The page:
|Sometimes I Think I Hear My Name
Too many questions . . .
It wasn't that thirteen-year-old Conrad didn't like living with his aunt and uncle in St. Louis. It's just that his mother and father both lived in New York and he hadn't seen them lately. And he had a few questions he needed to have answered. That's how Conrad happened to spend the strangest week of his life in New York City with a girl he hardly knew—and getting more answers than he had questions . . . about his parents, himself, and what real families are all about.
Behind the Book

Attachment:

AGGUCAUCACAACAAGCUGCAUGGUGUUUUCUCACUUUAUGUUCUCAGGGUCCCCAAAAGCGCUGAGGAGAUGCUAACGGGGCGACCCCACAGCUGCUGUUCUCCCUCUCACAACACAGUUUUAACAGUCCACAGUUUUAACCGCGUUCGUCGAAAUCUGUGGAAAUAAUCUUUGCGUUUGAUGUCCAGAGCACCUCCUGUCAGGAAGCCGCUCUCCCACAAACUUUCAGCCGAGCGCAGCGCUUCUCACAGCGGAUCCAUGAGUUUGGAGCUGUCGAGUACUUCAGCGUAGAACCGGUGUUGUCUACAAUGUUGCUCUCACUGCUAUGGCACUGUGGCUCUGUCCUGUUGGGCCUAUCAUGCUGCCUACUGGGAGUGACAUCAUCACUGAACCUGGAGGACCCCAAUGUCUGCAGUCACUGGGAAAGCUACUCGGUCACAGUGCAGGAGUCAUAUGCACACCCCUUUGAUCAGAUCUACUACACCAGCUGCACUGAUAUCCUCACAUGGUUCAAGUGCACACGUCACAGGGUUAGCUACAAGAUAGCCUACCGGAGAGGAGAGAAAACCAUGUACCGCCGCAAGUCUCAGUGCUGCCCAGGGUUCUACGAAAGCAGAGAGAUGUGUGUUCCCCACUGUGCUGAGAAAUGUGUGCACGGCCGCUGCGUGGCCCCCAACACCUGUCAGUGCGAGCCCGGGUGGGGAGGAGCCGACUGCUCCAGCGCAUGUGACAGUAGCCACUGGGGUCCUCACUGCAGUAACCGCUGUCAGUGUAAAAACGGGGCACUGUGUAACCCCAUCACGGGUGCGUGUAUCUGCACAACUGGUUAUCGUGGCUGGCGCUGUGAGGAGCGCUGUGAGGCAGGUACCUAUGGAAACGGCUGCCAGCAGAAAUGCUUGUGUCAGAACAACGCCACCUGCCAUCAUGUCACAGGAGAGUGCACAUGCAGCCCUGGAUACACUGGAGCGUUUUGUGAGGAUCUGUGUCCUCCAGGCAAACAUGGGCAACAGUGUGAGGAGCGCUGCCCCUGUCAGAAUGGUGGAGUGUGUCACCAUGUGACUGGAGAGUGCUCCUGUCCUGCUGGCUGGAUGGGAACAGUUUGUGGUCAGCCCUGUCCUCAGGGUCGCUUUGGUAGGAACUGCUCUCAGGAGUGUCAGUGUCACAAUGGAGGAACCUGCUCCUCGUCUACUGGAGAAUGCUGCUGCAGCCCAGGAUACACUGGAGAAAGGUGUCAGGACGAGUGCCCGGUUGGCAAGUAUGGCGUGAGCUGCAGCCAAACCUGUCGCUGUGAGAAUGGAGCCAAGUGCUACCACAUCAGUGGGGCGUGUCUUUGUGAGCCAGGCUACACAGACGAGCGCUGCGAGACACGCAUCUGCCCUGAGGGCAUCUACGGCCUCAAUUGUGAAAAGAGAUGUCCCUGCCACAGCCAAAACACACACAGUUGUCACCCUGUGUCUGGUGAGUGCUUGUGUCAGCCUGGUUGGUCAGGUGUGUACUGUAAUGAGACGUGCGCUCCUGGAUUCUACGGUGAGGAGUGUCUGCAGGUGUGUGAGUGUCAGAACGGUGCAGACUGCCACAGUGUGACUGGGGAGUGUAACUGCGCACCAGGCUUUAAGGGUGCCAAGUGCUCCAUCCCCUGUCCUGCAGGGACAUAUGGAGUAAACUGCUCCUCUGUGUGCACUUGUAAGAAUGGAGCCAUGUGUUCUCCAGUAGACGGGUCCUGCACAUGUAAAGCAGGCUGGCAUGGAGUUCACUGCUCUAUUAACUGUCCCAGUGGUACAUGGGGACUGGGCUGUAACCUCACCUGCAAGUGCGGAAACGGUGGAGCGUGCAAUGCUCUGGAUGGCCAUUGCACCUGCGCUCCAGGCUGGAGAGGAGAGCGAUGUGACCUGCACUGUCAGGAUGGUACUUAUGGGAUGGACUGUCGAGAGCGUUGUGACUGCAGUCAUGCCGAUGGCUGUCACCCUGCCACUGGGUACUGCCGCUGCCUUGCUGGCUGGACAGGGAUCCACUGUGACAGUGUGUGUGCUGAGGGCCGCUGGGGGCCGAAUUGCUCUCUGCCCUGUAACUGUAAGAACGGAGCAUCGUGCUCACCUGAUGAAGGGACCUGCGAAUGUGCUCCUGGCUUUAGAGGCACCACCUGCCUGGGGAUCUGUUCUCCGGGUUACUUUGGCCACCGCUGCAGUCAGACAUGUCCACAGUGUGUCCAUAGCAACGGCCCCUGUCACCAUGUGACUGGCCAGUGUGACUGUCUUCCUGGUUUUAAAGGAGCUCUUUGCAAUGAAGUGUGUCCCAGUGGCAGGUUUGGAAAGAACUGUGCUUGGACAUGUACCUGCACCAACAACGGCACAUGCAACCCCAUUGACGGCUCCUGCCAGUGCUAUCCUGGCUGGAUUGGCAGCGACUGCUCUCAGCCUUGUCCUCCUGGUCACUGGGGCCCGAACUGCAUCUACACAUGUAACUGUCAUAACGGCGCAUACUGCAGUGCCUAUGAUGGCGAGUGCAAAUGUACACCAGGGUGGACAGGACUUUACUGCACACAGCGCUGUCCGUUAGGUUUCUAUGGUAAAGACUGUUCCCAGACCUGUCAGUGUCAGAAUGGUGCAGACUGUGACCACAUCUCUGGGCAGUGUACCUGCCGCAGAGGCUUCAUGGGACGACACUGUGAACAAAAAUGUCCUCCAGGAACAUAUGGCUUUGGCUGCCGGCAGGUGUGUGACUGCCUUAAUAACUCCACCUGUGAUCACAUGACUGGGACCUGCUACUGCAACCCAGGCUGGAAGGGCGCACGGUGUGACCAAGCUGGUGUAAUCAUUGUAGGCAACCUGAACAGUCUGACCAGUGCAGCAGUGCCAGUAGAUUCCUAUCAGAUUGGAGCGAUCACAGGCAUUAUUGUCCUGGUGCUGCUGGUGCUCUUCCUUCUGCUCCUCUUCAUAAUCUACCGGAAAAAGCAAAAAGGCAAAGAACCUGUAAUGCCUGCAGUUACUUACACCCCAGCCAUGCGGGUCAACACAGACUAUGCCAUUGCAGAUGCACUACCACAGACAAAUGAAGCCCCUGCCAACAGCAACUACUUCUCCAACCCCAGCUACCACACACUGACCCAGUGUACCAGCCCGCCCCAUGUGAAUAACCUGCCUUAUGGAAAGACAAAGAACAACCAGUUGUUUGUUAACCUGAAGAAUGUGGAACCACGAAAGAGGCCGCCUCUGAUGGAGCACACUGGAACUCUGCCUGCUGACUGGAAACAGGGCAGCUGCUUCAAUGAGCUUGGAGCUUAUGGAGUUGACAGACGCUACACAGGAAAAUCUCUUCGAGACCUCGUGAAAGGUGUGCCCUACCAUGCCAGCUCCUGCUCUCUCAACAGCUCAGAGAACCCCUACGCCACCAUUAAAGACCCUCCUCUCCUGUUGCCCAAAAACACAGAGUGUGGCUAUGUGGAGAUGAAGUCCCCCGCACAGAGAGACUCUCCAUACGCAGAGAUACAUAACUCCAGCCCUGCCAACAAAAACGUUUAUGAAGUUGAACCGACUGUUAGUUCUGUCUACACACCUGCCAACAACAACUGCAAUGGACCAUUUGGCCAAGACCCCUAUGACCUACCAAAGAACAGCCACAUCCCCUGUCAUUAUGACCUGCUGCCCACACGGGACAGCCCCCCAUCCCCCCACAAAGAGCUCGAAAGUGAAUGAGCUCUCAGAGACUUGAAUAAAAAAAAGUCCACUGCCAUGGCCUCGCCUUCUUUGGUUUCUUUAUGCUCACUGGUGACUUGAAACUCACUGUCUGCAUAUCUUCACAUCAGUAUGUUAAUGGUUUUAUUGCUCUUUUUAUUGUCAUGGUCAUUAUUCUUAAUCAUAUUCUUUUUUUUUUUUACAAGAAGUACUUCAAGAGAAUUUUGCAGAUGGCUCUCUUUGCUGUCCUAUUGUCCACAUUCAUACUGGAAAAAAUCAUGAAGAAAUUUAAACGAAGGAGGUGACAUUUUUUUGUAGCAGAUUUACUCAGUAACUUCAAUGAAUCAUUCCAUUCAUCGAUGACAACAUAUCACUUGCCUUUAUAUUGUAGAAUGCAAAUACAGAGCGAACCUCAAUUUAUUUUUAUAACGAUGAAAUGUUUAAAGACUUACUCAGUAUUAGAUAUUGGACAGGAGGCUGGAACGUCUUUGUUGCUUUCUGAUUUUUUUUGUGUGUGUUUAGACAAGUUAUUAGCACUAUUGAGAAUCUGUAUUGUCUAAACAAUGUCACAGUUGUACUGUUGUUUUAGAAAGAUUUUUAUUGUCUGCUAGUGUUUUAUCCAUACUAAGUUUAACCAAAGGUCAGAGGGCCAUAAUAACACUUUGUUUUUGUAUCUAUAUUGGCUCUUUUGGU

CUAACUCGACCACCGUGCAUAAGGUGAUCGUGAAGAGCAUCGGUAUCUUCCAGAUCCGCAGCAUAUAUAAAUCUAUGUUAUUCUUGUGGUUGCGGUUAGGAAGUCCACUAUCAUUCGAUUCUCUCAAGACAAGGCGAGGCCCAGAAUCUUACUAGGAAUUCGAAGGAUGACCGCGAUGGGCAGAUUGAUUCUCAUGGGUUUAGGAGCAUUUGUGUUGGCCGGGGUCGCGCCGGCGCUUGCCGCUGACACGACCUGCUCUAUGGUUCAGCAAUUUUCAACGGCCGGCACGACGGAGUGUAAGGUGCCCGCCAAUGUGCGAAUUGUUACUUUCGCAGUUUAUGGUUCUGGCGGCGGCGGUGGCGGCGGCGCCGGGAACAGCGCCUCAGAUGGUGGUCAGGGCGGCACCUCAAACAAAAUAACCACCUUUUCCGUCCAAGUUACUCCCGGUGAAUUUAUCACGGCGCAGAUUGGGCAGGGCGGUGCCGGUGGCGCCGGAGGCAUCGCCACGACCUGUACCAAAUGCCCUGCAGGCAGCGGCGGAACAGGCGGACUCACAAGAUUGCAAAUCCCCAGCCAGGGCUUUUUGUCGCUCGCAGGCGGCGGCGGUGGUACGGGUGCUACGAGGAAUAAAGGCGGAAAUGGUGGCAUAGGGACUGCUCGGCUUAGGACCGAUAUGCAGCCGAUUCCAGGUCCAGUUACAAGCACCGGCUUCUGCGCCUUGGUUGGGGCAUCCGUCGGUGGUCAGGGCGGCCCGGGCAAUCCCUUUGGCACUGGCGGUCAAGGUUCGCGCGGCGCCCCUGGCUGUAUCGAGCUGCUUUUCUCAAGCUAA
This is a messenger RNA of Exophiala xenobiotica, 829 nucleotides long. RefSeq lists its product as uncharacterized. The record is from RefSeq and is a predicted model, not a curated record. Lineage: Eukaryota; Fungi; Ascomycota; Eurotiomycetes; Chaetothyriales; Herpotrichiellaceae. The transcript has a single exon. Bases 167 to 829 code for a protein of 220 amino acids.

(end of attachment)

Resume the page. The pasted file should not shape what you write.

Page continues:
One day my eighth-grade son came home from school and told me a story. It seemed one of his friends lived with his grandparents. During spring break the boy had wanted to visit his divorced parents—who lived elsewhere. But his grandparents—according to my son—said he could not. Instead, they sent him to a special one-week sports camp. “Why,” asked my son, “didn’t they let him see his parents?” Not aware of the situation, and not in a position to ask more, I could give no answer and thus could not explain the situation. That said, I did think about it—a lot. Out of those thoughts came Sometimes I think I Hear My Name, one of the saddest books I have ever written. Years later I would meet my son’s friend. We got to talking about that time, and what had in fact happened. My “fictional” guesses were not very wrong.